But there is much in the world that we cannot achieve on our own. So we must lead toward clearly articulated and shared goals and with the cooperation and respect of friends and allies.
As President, I would set four goals for American leadership:
First, defeat the threat posed by terrorists, tyrants, and technologies of mass destruction.
Second, strengthen our alliances and ensure Russia and China are fully integrated into a stable international order.
Third, enlarge the circle of beneficiaries of the growing world economy.
And fourth, ensure that life on our fragile planet is sustainable.
Preemptive war against tyrannical dictators is not a comprehensive strategy for addressing the threat that terrorists, tyrants, and technologies of mass destruction pose in the 21st century.
In fact, misuse of the doctrine may have the opposite effect.
In the profession of medicine, the first rule is to do no harm. To deal with the long-term terrorist threat we must root out and destroy the terrorists, their networks and their support systems. But in doing so, we must not provide them with a rationale for new recruits.
In this fight, it is essential that America lead by example and exercise power responsibly. Only in that way can we hope to eliminate support for the next generation of extremists who regard our culture and our actions not simply with envy or jealousy but with a deep-seated hatred over the manner in which we conduct our affairs.
The Clinton administration was committed to military engagement with friends and allies around the world, helping to train and equip these countries so that they were better prepared to work with the U.S. in shouldering this burden. As President, my administration would redouble these efforts.
Here at home, we need a real commitment to homeland security. As President, I would immediately devote significant new resources to preventing, managing and responding to potential and actual terrorist threats here at home. If we can spend $400 billion to defend our nation from threats abroad, as we must, should we not spend more to defend our nation at home?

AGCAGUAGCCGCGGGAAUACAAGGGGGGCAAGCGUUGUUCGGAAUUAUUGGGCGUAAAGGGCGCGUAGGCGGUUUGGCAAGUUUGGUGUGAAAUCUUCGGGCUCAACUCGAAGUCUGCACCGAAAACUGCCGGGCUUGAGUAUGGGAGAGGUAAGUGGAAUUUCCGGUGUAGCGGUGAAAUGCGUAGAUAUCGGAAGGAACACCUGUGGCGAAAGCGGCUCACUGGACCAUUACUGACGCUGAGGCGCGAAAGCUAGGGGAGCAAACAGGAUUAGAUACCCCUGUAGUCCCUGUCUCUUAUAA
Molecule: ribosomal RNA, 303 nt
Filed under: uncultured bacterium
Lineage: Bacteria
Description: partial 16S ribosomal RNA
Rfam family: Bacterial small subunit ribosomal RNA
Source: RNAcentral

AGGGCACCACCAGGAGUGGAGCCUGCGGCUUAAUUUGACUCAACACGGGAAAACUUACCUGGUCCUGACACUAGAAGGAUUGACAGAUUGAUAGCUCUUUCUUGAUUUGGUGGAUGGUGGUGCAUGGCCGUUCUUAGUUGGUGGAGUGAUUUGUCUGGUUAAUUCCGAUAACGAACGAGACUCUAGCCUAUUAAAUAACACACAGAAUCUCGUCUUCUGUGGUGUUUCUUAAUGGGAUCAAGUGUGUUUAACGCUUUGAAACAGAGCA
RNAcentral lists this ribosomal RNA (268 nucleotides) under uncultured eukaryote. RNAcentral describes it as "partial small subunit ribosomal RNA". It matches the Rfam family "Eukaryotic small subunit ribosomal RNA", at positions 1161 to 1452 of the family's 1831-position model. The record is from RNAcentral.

We need to devote more resources to fully fund, equip and train first responders across the nation: the policemen, firemen, emergency room personnel, and hundreds of thousands of other Americans that form the first line of defense against terrorism. We simply must provide significant new resources to state and local governments, specifically earmarked for these purposes.
With only 4 percent of 5.7 million containers arriving at our 361 seaports annually inspected, this is one of the greatest points of vulnerability that must be addressed, not tomorrow, but today.
We need to allocate the funds necessary to address the threat of weapons of mass destruction or weapons-grade material ending up in the hands of terrorists. The Cooperative Threat Reduction program with Russia and other former Soviet states is working, it just requires much more money to get the job done right.
Homeland security does not stop at our borders. Success in confronting these threats hinges on the willingness of our friends and allies to work with us. We need the benefit of their intelligence, the assistance of their security and transportation agencies, and the collaboration of their customs offices.
We must strengthen nonproliferation treaties, limit access to nuclear and other dangerous materials, apply coercive diplomacy and, as a last resort, take military action to remove weapons programs and facilities. All of these steps are best taken in concert with other countries, not alone.
Our second priority should be strengthening our bonds with other countries, especially our historical allies in a world growing ever more interdependent. Conducting foreign policy by posse may be expedient, but it is short-sighted and far less stable than a world order built on enduring relationships and viable international institutions.
I would lead this country back to a strong commitment to international alliances and institutions that are the backbone of a stable international order. In an increasingly complex and dangerous world, the more that our destinies are intertwined, the greater the shared sense of purpose, the more likely it is that we will work together successfully to address the difficult challenges ahead.
And we must do this not only with our traditional friends and allies in Latin America, Europe, Asia and Africa, but with such critical powers as Russia and China, both of whom must be fully integrated into the international community as our partners.